The first cervical vertebra (Atlas; C1) differs considerably from other cervical vertebrae to allow free movement of the head:
Text by Antoine Micheau, MD - Copyright IMAIOS
- The atlas posses no body and is composed by two lateral masses joined by dorsal and ventral arches, constituting a bony ring for the beginning of the vertebral canal. The lateral masses present two cranial articular fovea for articulation with the paired occipital condyles and two caudal articular fovea for articulation with articular surfaces of axis.
- The transverse processes are expanded and project laterally of each masses, forming shelf-like processes termed the wing of atlas. Each wing is hollowed to form the atlantic fossa on their ventral surface (especially deep in horses, flat in dogs). The base (cranial part) of each wing is perforated by the alar foramen (absent in carnivores, replaced by the alar notch) for passage of vertebral artery.
- The transverse foramen (absent in ruminants) passes through the caudal part of the wing of the atlas, as a short canal.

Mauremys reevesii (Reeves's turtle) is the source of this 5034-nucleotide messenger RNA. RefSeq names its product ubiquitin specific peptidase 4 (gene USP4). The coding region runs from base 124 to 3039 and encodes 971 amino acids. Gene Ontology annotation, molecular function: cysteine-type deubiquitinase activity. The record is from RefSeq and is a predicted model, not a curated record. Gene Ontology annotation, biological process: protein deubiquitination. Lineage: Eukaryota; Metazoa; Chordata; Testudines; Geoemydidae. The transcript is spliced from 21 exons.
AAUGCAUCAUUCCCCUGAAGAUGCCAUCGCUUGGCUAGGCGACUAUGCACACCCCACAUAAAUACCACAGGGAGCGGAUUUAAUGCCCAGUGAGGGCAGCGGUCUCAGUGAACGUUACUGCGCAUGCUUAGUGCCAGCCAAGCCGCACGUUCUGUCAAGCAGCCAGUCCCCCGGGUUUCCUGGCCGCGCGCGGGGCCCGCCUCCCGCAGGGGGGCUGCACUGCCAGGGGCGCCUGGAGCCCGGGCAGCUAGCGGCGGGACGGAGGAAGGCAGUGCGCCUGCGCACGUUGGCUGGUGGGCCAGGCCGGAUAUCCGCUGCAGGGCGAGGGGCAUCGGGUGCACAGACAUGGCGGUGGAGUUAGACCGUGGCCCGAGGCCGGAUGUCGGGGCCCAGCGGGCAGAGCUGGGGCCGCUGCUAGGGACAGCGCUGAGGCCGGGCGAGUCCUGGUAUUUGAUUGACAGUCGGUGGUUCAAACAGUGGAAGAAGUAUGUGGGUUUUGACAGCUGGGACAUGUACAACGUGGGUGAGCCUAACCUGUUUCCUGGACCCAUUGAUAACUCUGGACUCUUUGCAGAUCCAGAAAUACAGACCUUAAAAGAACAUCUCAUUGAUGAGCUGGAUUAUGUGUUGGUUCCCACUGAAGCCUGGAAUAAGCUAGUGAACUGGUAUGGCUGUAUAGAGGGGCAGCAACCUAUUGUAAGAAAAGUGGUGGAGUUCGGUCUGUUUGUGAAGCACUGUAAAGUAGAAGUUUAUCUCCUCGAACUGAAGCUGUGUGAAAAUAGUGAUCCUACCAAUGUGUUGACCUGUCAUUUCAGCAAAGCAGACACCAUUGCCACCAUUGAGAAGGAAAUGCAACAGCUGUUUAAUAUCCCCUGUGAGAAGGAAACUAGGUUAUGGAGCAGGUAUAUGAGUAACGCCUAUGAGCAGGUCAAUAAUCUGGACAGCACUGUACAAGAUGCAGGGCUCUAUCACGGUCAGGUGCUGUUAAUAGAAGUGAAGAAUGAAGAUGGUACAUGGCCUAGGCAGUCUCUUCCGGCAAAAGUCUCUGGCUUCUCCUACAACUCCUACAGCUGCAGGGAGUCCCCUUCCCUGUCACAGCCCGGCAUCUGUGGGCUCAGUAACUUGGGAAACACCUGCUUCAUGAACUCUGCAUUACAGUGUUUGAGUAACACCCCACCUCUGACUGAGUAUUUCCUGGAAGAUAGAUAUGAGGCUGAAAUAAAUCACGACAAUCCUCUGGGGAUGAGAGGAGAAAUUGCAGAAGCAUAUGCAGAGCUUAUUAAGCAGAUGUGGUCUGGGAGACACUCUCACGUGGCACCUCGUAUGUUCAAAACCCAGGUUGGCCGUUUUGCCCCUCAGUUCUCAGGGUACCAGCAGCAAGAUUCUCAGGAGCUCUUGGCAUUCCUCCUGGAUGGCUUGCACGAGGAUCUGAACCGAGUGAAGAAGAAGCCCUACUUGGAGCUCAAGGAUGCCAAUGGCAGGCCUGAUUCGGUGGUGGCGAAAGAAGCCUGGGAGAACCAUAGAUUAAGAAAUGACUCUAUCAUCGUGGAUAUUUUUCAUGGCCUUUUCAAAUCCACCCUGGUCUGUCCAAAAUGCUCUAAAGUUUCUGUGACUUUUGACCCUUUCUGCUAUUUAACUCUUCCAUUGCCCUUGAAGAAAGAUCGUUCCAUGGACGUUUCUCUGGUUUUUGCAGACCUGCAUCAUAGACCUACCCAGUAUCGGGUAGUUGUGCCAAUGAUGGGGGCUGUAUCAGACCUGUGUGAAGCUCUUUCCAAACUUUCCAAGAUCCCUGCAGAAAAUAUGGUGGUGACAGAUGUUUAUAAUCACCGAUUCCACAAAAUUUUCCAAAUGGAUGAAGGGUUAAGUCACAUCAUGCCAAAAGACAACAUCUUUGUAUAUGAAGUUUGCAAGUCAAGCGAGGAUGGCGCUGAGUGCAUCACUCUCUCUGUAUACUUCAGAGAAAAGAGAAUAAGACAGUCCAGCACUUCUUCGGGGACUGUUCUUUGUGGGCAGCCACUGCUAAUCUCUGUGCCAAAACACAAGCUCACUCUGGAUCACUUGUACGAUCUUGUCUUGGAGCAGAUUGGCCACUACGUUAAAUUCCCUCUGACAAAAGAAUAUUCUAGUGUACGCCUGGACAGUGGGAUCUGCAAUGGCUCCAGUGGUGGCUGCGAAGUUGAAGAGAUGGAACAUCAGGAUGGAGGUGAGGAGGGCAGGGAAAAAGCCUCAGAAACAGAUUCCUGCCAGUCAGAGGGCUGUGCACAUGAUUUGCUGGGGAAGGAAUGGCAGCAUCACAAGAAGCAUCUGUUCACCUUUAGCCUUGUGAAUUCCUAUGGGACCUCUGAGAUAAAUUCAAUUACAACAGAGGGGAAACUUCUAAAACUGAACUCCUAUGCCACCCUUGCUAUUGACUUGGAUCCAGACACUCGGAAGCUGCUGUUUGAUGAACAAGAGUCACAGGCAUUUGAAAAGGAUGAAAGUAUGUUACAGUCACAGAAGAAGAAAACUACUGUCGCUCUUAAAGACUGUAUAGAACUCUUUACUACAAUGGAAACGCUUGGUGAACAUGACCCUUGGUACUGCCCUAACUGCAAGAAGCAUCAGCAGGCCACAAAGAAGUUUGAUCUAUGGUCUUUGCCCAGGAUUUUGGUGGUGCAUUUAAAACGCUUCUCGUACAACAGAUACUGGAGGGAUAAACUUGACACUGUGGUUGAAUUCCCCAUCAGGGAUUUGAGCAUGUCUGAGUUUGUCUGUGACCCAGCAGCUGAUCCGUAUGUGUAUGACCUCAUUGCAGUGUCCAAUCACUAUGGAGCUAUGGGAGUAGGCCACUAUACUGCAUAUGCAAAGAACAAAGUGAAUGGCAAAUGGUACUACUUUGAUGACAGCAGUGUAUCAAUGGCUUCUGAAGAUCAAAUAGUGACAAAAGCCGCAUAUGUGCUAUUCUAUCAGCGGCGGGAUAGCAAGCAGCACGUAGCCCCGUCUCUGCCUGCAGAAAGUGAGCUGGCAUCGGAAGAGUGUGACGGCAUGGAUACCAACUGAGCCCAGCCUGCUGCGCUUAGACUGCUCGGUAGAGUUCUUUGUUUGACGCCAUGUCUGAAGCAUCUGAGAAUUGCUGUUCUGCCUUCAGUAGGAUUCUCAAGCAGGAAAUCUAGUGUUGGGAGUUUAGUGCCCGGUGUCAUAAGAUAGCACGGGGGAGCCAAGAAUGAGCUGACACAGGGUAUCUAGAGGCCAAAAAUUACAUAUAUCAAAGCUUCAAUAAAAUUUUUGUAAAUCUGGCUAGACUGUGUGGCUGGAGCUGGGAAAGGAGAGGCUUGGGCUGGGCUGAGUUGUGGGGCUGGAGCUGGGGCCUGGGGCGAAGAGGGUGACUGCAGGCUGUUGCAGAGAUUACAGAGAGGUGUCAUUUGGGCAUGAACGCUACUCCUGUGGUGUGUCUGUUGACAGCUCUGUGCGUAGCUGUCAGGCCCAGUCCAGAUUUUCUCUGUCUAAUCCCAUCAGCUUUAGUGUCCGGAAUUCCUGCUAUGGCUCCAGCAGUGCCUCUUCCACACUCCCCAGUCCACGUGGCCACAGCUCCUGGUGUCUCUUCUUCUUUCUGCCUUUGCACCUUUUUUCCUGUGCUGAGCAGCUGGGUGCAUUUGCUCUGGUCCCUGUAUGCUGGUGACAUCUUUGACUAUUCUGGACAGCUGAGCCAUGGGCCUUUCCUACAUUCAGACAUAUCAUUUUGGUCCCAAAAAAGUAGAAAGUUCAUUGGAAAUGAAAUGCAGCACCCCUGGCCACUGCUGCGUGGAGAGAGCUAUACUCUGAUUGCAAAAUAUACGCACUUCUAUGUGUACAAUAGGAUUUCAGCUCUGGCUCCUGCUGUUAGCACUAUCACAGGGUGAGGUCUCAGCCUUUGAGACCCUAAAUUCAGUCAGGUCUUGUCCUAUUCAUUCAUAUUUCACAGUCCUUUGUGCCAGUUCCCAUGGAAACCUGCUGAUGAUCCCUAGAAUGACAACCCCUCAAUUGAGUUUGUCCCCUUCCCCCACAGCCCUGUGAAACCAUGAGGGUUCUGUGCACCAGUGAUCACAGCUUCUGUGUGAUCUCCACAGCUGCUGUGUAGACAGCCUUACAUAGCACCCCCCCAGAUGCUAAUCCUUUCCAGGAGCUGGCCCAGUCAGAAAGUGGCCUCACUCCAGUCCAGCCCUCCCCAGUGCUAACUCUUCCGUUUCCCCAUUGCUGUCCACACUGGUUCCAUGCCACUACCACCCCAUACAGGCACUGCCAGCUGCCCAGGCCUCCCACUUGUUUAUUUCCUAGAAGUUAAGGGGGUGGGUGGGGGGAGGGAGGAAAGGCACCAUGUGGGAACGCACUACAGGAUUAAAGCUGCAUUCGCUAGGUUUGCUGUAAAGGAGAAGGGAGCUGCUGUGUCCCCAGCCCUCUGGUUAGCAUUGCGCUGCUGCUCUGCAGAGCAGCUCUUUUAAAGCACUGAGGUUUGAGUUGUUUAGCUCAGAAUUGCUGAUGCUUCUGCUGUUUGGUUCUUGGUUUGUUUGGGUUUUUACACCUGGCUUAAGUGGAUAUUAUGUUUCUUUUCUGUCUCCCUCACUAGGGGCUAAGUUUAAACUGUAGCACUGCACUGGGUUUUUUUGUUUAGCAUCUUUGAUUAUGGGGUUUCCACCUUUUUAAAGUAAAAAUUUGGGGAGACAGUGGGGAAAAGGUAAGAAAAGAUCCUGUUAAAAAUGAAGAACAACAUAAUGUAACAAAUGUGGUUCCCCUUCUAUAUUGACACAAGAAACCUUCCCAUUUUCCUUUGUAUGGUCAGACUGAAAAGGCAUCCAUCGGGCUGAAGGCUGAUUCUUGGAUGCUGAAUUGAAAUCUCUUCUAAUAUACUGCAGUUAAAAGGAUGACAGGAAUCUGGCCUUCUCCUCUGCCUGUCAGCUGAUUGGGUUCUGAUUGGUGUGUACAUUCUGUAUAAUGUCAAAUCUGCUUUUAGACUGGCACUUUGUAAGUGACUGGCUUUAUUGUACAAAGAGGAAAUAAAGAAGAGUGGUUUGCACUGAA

- The lateral vertebral foramen opens in the craniodorsal part of the vertebral arch.
- The ventral arch represents of small part of the remnant body of the atlas (the larger part being incorporate din the dens and cranial articular surfaces of the axis).
- On the dorsal part of the ventral arch of the atlas is the articular fovea for dens of axis.
- There is cranioventral branch of the transverse process of the ventral arch termed the ventral tubercle.
- The dorsal arch presents a dorsal tubercle, vestige of a spinous process.
Veterinary Anatomy of Domestic Mammals: Textbook and Colour Atlas, Sixth Edition - Horst Erich König, Hans-Georg Liebich - Schattauer - ISBN-13: 978-3794528332
Illustrated Veterinary Anatomical Nomenclature - 3rd edittion - Gheorghe M. Constantinescu, Oskar Schaller - Enke